Cluster Headache: Care Instructions

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Your Care Instructions

Cluster headaches are very painful. They happen on one side of the head and usually occur in groups, or clusters, over weeks or months. This type of headache often starts at night and can last for 30 minutes to several hours. You may have a stuffy nose and watery eyes during the headaches. The cause of cluster headaches is not known.

Medicine may help prevent cluster headaches. You also can try to avoid things that trigger your headaches.

Follow-up care is a key part of your treatment and safety. Be sure to make and go to all appointments, and call your doctor or nurse call line if you are having problems. It's also a good idea to know your test results and keep a list of the medicines you take.

How can you care for yourself at home?

  • Watch for new symptoms with a headache. These include fever, weakness or numbness, vision changes, or confusion. They may be signs of a more serious problem.
  • Take your medicines exactly as prescribed. Call your doctor or nurse call line if you think you are having a problem with your medicine. You will get more details on the specific medicines your doctor prescribes.
  • If your doctor recommends it, take an over-the-counter pain medicine, such as acetaminophen (Tylenol), ibuprofen (Advil, Motrin), or naproxen (Aleve). Read and follow all instructions on the label.
  • Do not take two or more pain medicines at the same time unless the doctor told you to. Many pain medicines have acetaminophen, which is Tylenol. Too much acetaminophen (Tylenol) can be harmful.
  • Carry medicine with you to quickly treat a headache.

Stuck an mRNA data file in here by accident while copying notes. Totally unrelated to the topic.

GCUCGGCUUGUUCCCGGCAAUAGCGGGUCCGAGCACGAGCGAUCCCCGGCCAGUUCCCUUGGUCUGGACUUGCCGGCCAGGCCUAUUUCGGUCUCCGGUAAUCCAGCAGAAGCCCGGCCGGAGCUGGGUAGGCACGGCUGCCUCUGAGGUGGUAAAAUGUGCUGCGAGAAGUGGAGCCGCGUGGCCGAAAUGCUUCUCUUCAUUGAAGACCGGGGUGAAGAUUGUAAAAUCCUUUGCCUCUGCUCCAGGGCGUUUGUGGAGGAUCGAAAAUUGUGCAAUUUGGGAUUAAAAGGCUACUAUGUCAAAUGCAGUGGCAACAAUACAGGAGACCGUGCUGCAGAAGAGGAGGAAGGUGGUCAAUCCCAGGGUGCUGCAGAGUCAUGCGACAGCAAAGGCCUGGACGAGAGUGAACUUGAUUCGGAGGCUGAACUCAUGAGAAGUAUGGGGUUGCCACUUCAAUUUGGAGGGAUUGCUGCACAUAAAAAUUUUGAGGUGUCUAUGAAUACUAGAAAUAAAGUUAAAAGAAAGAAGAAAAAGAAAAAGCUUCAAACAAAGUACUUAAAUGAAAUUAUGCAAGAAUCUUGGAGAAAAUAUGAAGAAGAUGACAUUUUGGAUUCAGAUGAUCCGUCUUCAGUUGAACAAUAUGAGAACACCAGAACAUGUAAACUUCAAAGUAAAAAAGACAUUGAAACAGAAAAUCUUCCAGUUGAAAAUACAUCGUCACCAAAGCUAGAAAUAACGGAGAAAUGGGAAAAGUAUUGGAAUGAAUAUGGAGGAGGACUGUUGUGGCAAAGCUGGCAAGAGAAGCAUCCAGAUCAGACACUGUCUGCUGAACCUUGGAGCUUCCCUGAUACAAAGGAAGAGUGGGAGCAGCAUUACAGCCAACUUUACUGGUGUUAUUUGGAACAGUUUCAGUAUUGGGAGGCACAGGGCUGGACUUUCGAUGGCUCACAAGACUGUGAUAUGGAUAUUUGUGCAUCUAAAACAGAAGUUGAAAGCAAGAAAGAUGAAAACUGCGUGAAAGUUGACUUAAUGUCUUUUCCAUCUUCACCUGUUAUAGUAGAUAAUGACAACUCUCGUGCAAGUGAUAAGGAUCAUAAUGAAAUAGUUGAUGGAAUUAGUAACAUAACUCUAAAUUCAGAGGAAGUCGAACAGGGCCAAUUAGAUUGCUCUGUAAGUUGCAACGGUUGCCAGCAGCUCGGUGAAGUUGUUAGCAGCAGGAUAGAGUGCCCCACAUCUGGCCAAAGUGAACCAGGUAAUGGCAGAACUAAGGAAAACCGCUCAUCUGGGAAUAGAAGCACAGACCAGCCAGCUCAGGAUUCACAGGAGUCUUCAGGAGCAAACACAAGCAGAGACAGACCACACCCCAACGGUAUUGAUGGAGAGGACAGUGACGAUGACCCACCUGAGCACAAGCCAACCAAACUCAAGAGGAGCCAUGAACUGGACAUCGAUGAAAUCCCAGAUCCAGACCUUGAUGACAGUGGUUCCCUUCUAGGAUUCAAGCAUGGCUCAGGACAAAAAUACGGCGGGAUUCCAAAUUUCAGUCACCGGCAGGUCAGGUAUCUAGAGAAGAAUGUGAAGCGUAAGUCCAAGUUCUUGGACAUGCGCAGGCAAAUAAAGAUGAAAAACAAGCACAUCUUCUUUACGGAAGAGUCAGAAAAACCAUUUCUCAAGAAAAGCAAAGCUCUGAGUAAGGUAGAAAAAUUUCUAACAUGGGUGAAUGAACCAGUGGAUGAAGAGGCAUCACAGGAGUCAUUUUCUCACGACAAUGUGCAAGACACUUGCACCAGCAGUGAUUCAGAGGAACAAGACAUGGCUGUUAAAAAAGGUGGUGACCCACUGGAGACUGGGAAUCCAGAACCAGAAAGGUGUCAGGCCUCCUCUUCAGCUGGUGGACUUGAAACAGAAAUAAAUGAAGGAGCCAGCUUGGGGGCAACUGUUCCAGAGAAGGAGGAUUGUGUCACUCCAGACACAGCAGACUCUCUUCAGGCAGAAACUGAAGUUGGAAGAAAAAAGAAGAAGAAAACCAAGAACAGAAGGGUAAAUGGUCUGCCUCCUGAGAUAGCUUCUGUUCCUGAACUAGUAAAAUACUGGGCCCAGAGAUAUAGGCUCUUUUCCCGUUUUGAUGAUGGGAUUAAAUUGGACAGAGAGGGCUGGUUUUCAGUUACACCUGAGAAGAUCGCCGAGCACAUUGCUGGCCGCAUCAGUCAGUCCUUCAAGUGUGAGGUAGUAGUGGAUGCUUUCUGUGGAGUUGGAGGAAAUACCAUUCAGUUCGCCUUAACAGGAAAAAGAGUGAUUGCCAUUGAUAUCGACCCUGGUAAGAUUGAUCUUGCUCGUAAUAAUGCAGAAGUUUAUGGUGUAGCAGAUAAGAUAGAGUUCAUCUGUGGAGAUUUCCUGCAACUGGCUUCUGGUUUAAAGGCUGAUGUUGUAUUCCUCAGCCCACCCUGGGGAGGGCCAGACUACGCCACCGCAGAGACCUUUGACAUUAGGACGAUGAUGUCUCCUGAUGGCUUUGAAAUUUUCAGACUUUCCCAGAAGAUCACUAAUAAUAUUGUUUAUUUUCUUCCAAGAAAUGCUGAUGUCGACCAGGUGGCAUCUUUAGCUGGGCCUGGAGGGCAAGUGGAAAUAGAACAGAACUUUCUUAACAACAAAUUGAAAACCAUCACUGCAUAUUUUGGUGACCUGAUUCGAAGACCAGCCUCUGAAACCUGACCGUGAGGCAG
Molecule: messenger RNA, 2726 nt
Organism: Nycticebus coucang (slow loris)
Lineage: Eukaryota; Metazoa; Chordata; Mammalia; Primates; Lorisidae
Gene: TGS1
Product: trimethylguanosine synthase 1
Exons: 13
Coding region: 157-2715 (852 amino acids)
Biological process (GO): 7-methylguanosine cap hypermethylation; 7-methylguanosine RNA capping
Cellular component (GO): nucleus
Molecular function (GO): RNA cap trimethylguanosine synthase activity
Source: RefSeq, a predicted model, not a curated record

• Put ice or a cold pack on the area for 10 to 20 minutes at a time. Put a thin cloth between the ice and your skin.
  • If your doctor prescribed at-home oxygen therapy to stop a cluster headache, follow the directions for using it.

To prevent cluster headaches

  • Keep a headache diary. Avoiding triggers may help you prevent headaches. Write down when a headache begins, how long it lasts, and what might have triggered it. This could include stress, alcohol, or certain foods.
  • Exercise daily to lower stress.
  • Limit caffeine by not drinking too much coffee, tea, or soda. But do not quit caffeine suddenly, because that can also give you headaches.
  • Do not smoke or allow others to smoke around you. If you need help quitting, talk to your doctor about stop-smoking programs and medicines. These can increase your chances of quitting for good.
  • Tell your doctor if your headaches get worse and medicines do not help. You may need to try a different medicine.

When should you call for help?

Call 911 anytime you think you may need emergency care. For example, call if:

  • You have symptoms of a stroke. These may include:
    • Sudden numbness, tingling, weakness, or loss of movement in your face, arm, or leg, especially on only one side of your body.
    • Sudden vision changes.
    • Sudden trouble speaking.
    • Sudden confusion or trouble understanding simple statements.
    • Sudden problems with walking or balance.
    • A sudden, severe headache that is different from past headaches.

Call your doctor or nurse call line now or seek immediate medical care if:

  • You have a fever with a stiff neck or a severe headache.
  • You are sensitive to light or feel very sleepy or confused.
  • You have new nausea and vomiting and you cannot keep down food or liquids.

Watch closely for changes in your health, and be sure to contact your doctor or nurse call line if:

  • You have a headache that does not get better within 1 or 2 days.
  • Your headaches get worse or happen more often.

Where can you learn more?

Go to https://www.healthwise.net/patientEd

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